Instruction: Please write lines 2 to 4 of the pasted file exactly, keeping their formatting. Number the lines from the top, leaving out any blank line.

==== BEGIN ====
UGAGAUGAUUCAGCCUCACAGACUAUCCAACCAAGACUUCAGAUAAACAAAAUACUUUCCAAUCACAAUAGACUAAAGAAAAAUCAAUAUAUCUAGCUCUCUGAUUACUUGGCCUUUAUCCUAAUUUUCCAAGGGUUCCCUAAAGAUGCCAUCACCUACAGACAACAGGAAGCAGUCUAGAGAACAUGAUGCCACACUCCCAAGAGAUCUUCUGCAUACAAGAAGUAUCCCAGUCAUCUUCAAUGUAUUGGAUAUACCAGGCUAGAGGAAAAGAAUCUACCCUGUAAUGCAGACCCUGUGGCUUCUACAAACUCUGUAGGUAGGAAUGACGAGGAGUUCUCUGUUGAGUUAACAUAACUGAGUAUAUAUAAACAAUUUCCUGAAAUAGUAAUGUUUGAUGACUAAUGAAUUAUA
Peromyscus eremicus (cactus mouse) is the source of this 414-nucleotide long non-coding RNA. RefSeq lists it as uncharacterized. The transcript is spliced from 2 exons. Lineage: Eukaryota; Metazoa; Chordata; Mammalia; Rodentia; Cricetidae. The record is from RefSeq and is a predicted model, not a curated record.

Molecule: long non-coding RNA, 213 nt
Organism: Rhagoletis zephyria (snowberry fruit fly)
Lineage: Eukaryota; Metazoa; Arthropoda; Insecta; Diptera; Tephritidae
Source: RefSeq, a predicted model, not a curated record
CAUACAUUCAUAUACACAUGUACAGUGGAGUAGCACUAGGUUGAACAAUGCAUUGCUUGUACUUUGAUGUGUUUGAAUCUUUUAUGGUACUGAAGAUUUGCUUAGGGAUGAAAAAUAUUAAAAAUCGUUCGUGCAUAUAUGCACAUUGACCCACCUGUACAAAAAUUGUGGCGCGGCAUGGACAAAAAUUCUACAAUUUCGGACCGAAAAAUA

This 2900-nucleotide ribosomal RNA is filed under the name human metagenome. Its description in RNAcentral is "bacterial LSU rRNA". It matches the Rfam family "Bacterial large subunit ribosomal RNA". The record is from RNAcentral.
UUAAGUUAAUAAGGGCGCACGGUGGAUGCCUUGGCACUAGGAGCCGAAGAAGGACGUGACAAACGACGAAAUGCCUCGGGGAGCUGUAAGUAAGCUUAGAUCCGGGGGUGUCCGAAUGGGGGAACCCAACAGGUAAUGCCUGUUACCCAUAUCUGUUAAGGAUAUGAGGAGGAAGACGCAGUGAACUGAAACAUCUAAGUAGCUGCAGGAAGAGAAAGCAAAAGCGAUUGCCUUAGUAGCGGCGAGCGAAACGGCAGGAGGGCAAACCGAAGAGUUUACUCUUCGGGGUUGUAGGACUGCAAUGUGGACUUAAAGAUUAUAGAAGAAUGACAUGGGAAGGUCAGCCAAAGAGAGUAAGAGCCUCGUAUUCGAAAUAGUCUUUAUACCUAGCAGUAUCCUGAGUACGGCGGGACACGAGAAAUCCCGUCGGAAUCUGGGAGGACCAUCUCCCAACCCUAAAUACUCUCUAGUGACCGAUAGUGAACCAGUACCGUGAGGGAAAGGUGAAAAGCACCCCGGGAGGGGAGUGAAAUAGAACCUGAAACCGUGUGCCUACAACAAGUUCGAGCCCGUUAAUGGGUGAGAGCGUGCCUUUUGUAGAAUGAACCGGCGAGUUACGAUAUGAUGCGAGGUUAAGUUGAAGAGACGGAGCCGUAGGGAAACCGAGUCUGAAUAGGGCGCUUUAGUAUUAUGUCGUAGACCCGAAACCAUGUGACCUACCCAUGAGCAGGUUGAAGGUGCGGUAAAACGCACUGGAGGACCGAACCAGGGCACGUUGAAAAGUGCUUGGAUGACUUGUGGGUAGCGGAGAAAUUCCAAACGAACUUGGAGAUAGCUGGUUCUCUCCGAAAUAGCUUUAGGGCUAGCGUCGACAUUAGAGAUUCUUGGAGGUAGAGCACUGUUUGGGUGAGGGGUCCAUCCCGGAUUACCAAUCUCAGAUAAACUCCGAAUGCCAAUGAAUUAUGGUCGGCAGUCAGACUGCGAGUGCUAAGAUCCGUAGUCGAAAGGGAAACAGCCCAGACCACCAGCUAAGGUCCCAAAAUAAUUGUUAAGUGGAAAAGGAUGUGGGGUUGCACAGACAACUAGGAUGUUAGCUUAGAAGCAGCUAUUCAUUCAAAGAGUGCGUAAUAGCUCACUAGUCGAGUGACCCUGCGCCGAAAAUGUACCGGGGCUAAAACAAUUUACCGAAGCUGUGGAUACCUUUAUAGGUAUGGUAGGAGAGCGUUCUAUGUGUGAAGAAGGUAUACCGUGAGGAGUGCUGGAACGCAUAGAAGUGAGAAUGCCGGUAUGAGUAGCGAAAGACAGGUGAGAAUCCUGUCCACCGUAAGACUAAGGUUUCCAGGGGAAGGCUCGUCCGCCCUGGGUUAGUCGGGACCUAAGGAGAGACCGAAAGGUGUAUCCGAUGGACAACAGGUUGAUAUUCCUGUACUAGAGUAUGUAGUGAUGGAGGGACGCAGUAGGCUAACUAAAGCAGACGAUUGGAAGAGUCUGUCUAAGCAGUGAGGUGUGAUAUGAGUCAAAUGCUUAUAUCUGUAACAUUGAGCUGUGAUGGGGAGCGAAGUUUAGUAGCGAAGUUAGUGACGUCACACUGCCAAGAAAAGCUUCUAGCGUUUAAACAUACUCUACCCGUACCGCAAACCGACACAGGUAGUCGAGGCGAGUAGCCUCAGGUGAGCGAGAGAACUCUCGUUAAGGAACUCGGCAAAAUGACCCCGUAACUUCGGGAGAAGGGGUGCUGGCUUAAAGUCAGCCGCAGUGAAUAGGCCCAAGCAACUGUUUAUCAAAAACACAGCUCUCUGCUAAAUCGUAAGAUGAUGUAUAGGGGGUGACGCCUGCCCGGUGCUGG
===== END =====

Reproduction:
Peromyscus eremicus (cactus mouse) is the source of this 414-nucleotide long non-coding RNA. RefSeq lists it as uncharacterized. The transcript is spliced from 2 exons. Lineage: Eukaryota; Metazoa; Chordata; Mammalia; Rodentia; Cricetidae. The record is from RefSeq and is a predicted model, not a curated record.

Molecule: long non-coding RNA, 213 nt
Organism: Rhagoletis zephyria (snowberry fruit fly)